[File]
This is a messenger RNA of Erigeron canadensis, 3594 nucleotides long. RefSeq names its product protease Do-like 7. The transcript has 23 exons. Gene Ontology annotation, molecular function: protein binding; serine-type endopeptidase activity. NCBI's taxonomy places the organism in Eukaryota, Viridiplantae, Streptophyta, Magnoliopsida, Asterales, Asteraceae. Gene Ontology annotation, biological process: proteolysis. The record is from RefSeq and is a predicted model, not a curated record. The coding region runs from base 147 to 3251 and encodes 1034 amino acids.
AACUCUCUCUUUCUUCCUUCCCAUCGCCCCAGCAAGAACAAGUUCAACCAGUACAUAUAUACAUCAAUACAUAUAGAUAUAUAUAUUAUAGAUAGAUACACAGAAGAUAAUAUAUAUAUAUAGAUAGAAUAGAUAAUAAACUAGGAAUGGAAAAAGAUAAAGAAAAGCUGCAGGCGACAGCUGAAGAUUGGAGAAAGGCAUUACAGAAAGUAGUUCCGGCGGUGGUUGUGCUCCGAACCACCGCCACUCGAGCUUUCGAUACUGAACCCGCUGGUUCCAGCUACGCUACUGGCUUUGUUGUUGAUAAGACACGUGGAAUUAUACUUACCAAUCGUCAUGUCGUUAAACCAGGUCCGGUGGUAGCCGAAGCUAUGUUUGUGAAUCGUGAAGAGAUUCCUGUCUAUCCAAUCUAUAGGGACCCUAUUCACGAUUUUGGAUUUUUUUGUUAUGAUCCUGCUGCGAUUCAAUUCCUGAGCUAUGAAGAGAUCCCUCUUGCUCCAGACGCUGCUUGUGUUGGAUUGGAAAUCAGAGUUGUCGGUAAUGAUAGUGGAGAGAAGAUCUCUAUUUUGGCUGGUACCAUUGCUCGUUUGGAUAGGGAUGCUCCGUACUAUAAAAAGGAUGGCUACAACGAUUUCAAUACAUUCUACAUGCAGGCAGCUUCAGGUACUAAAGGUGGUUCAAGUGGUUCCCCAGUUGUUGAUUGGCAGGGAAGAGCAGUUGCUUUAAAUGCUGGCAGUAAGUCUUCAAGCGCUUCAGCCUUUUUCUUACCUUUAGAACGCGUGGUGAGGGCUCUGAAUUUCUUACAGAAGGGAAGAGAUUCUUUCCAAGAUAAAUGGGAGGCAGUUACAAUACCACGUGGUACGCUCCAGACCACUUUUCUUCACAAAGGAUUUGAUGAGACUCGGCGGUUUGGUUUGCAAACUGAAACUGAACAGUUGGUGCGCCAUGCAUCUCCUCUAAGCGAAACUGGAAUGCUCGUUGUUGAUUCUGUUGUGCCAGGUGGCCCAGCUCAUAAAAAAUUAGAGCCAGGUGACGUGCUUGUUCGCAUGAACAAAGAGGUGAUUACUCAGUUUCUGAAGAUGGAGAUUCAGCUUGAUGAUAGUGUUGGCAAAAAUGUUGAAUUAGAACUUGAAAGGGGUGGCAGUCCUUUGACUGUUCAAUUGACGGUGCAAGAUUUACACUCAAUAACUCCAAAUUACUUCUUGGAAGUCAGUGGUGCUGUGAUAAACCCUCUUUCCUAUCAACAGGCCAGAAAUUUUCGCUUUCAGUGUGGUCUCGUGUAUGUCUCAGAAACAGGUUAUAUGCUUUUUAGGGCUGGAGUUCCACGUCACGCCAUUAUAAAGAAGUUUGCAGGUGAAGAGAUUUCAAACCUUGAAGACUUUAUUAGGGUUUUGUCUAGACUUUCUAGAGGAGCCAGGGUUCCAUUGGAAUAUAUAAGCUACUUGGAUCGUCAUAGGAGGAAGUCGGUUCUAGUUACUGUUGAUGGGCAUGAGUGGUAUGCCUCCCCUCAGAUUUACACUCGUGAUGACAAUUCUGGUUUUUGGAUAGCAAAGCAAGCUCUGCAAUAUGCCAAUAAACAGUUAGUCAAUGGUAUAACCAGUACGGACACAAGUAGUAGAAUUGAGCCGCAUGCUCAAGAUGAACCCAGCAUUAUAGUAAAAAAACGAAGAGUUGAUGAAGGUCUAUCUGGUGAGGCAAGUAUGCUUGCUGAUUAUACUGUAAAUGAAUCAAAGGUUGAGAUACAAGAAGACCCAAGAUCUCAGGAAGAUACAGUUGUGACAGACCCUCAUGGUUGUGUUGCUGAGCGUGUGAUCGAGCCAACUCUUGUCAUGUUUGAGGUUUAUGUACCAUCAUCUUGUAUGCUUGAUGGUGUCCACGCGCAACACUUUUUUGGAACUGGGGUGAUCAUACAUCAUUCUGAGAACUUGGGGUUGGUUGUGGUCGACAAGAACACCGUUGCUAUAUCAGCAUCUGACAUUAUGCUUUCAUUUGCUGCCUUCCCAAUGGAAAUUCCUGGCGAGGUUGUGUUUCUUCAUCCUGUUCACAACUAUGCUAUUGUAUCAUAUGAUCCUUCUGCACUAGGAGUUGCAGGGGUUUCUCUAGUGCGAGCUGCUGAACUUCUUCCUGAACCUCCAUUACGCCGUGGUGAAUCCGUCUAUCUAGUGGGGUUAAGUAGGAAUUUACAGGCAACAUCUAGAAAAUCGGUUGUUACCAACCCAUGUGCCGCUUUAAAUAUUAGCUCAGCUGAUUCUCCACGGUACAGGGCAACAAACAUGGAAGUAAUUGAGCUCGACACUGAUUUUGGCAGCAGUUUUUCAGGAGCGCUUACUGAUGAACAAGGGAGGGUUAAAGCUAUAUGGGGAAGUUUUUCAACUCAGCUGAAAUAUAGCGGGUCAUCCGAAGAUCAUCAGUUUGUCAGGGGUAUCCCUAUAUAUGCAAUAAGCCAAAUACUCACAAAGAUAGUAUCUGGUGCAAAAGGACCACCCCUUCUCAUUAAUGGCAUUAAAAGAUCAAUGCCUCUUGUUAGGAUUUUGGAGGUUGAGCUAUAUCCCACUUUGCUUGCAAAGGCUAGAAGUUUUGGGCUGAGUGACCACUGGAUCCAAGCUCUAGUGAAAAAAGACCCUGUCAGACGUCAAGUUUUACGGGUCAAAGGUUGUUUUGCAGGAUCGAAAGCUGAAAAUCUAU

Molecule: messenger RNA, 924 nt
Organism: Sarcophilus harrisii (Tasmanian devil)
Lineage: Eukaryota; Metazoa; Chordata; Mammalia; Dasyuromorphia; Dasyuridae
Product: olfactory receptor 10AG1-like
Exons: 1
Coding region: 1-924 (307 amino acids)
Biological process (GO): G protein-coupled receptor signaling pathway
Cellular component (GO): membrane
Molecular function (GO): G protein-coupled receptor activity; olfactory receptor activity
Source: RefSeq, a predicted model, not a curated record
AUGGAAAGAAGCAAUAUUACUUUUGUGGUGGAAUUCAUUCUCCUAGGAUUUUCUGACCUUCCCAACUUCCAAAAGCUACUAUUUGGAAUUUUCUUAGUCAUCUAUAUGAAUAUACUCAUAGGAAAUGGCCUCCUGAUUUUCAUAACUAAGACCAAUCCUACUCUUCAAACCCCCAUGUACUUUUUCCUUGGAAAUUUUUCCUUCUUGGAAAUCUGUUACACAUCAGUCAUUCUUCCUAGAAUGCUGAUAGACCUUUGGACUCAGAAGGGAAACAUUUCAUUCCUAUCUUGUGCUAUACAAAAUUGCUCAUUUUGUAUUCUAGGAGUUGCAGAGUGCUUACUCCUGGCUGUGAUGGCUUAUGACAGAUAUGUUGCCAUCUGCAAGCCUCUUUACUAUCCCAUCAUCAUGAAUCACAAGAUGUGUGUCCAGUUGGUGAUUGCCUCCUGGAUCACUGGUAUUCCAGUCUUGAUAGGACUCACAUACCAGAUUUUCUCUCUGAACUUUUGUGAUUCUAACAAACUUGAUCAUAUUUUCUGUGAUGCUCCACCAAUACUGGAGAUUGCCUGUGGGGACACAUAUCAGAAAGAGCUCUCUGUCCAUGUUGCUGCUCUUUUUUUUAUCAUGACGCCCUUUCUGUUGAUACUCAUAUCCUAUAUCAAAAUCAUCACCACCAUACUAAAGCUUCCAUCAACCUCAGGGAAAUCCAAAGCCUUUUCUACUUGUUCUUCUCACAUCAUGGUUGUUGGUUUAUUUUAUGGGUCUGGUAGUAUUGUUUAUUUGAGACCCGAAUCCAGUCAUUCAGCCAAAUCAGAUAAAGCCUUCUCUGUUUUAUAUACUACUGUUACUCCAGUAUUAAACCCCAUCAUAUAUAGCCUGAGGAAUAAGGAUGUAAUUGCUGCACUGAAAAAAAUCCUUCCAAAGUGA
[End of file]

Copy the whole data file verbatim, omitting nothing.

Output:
This is a messenger RNA of Erigeron canadensis, 3594 nucleotides long. RefSeq names its product protease Do-like 7. The transcript has 23 exons. Gene Ontology annotation, molecular function: protein binding; serine-type endopeptidase activity. NCBI's taxonomy places the organism in Eukaryota, Viridiplantae, Streptophyta, Magnoliopsida, Asterales, Asteraceae. Gene Ontology annotation, biological process: proteolysis. The record is from RefSeq and is a predicted model, not a curated record. The coding region runs from base 147 to 3251 and encodes 1034 amino acids.
AACUCUCUCUUUCUUCCUUCCCAUCGCCCCAGCAAGAACAAGUUCAACCAGUACAUAUAUACAUCAAUACAUAUAGAUAUAUAUAUUAUAGAUAGAUACACAGAAGAUAAUAUAUAUAUAUAGAUAGAAUAGAUAAUAAACUAGGAAUGGAAAAAGAUAAAGAAAAGCUGCAGGCGACAGCUGAAGAUUGGAGAAAGGCAUUACAGAAAGUAGUUCCGGCGGUGGUUGUGCUCCGAACCACCGCCACUCGAGCUUUCGAUACUGAACCCGCUGGUUCCAGCUACGCUACUGGCUUUGUUGUUGAUAAGACACGUGGAAUUAUACUUACCAAUCGUCAUGUCGUUAAACCAGGUCCGGUGGUAGCCGAAGCUAUGUUUGUGAAUCGUGAAGAGAUUCCUGUCUAUCCAAUCUAUAGGGACCCUAUUCACGAUUUUGGAUUUUUUUGUUAUGAUCCUGCUGCGAUUCAAUUCCUGAGCUAUGAAGAGAUCCCUCUUGCUCCAGACGCUGCUUGUGUUGGAUUGGAAAUCAGAGUUGUCGGUAAUGAUAGUGGAGAGAAGAUCUCUAUUUUGGCUGGUACCAUUGCUCGUUUGGAUAGGGAUGCUCCGUACUAUAAAAAGGAUGGCUACAACGAUUUCAAUACAUUCUACAUGCAGGCAGCUUCAGGUACUAAAGGUGGUUCAAGUGGUUCCCCAGUUGUUGAUUGGCAGGGAAGAGCAGUUGCUUUAAAUGCUGGCAGUAAGUCUUCAAGCGCUUCAGCCUUUUUCUUACCUUUAGAACGCGUGGUGAGGGCUCUGAAUUUCUUACAGAAGGGAAGAGAUUCUUUCCAAGAUAAAUGGGAGGCAGUUACAAUACCACGUGGUACGCUCCAGACCACUUUUCUUCACAAAGGAUUUGAUGAGACUCGGCGGUUUGGUUUGCAAACUGAAACUGAACAGUUGGUGCGCCAUGCAUCUCCUCUAAGCGAAACUGGAAUGCUCGUUGUUGAUUCUGUUGUGCCAGGUGGCCCAGCUCAUAAAAAAUUAGAGCCAGGUGACGUGCUUGUUCGCAUGAACAAAGAGGUGAUUACUCAGUUUCUGAAGAUGGAGAUUCAGCUUGAUGAUAGUGUUGGCAAAAAUGUUGAAUUAGAACUUGAAAGGGGUGGCAGUCCUUUGACUGUUCAAUUGACGGUGCAAGAUUUACACUCAAUAACUCCAAAUUACUUCUUGGAAGUCAGUGGUGCUGUGAUAAACCCUCUUUCCUAUCAACAGGCCAGAAAUUUUCGCUUUCAGUGUGGUCUCGUGUAUGUCUCAGAAACAGGUUAUAUGCUUUUUAGGGCUGGAGUUCCACGUCACGCCAUUAUAAAGAAGUUUGCAGGUGAAGAGAUUUCAAACCUUGAAGACUUUAUUAGGGUUUUGUCUAGACUUUCUAGAGGAGCCAGGGUUCCAUUGGAAUAUAUAAGCUACUUGGAUCGUCAUAGGAGGAAGUCGGUUCUAGUUACUGUUGAUGGGCAUGAGUGGUAUGCCUCCCCUCAGAUUUACACUCGUGAUGACAAUUCUGGUUUUUGGAUAGCAAAGCAAGCUCUGCAAUAUGCCAAUAAACAGUUAGUCAAUGGUAUAACCAGUACGGACACAAGUAGUAGAAUUGAGCCGCAUGCUCAAGAUGAACCCAGCAUUAUAGUAAAAAAACGAAGAGUUGAUGAAGGUCUAUCUGGUGAGGCAAGUAUGCUUGCUGAUUAUACUGUAAAUGAAUCAAAGGUUGAGAUACAAGAAGACCCAAGAUCUCAGGAAGAUACAGUUGUGACAGACCCUCAUGGUUGUGUUGCUGAGCGUGUGAUCGAGCCAACUCUUGUCAUGUUUGAGGUUUAUGUACCAUCAUCUUGUAUGCUUGAUGGUGUCCACGCGCAACACUUUUUUGGAACUGGGGUGAUCAUACAUCAUUCUGAGAACUUGGGGUUGGUUGUGGUCGACAAGAACACCGUUGCUAUAUCAGCAUCUGACAUUAUGCUUUCAUUUGCUGCCUUCCCAAUGGAAAUUCCUGGCGAGGUUGUGUUUCUUCAUCCUGUUCACAACUAUGCUAUUGUAUCAUAUGAUCCUUCUGCACUAGGAGUUGCAGGGGUUUCUCUAGUGCGAGCUGCUGAACUUCUUCCUGAACCUCCAUUACGCCGUGGUGAAUCCGUCUAUCUAGUGGGGUUAAGUAGGAAUUUACAGGCAACAUCUAGAAAAUCGGUUGUUACCAACCCAUGUGCCGCUUUAAAUAUUAGCUCAGCUGAUUCUCCACGGUACAGGGCAACAAACAUGGAAGUAAUUGAGCUCGACACUGAUUUUGGCAGCAGUUUUUCAGGAGCGCUUACUGAUGAACAAGGGAGGGUUAAAGCUAUAUGGGGAAGUUUUUCAACUCAGCUGAAAUAUAGCGGGUCAUCCGAAGAUCAUCAGUUUGUCAGGGGUAUCCCUAUAUAUGCAAUAAGCCAAAUACUCACAAAGAUAGUAUCUGGUGCAAAAGGACCACCCCUUCUCAUUAAUGGCAUUAAAAGAUCAAUGCCUCUUGUUAGGAUUUUGGAGGUUGAGCUAUAUCCCACUUUGCUUGCAAAGGCUAGAAGUUUUGGGCUGAGUGACCACUGGAUCCAAGCUCUAGUGAAAAAAGACCCUGUCAGACGUCAAGUUUUACGGGUCAAAGGUUGUUUUGCAGGAUCGAAAGCUGAAAAUCUAU

Molecule: messenger RNA, 924 nt
Organism: Sarcophilus harrisii (Tasmanian devil)
Lineage: Eukaryota; Metazoa; Chordata; Mammalia; Dasyuromorphia; Dasyuridae
Product: olfactory receptor 10AG1-like
Exons: 1
Coding region: 1-924 (307 amino acids)
Biological process (GO): G protein-coupled receptor signaling pathway
Cellular component (GO): membrane
Molecular function (GO): G protein-coupled receptor activity; olfactory receptor activity
Source: RefSeq, a predicted model, not a curated record
AUGGAAAGAAGCAAUAUUACUUUUGUGGUGGAAUUCAUUCUCCUAGGAUUUUCUGACCUUCCCAACUUCCAAAAGCUACUAUUUGGAAUUUUCUUAGUCAUCUAUAUGAAUAUACUCAUAGGAAAUGGCCUCCUGAUUUUCAUAACUAAGACCAAUCCUACUCUUCAAACCCCCAUGUACUUUUUCCUUGGAAAUUUUUCCUUCUUGGAAAUCUGUUACACAUCAGUCAUUCUUCCUAGAAUGCUGAUAGACCUUUGGACUCAGAAGGGAAACAUUUCAUUCCUAUCUUGUGCUAUACAAAAUUGCUCAUUUUGUAUUCUAGGAGUUGCAGAGUGCUUACUCCUGGCUGUGAUGGCUUAUGACAGAUAUGUUGCCAUCUGCAAGCCUCUUUACUAUCCCAUCAUCAUGAAUCACAAGAUGUGUGUCCAGUUGGUGAUUGCCUCCUGGAUCACUGGUAUUCCAGUCUUGAUAGGACUCACAUACCAGAUUUUCUCUCUGAACUUUUGUGAUUCUAACAAACUUGAUCAUAUUUUCUGUGAUGCUCCACCAAUACUGGAGAUUGCCUGUGGGGACACAUAUCAGAAAGAGCUCUCUGUCCAUGUUGCUGCUCUUUUUUUUAUCAUGACGCCCUUUCUGUUGAUACUCAUAUCCUAUAUCAAAAUCAUCACCACCAUACUAAAGCUUCCAUCAACCUCAGGGAAAUCCAAAGCCUUUUCUACUUGUUCUUCUCACAUCAUGGUUGUUGGUUUAUUUUAUGGGUCUGGUAGUAUUGUUUAUUUGAGACCCGAAUCCAGUCAUUCAGCCAAAUCAGAUAAAGCCUUCUCUGUUUUAUAUACUACUGUUACUCCAGUAUUAAACCCCAUCAUAUAUAGCCUGAGGAAUAAGGAUGUAAUUGCUGCACUGAAAAAAAUCCUUCCAAAGUGA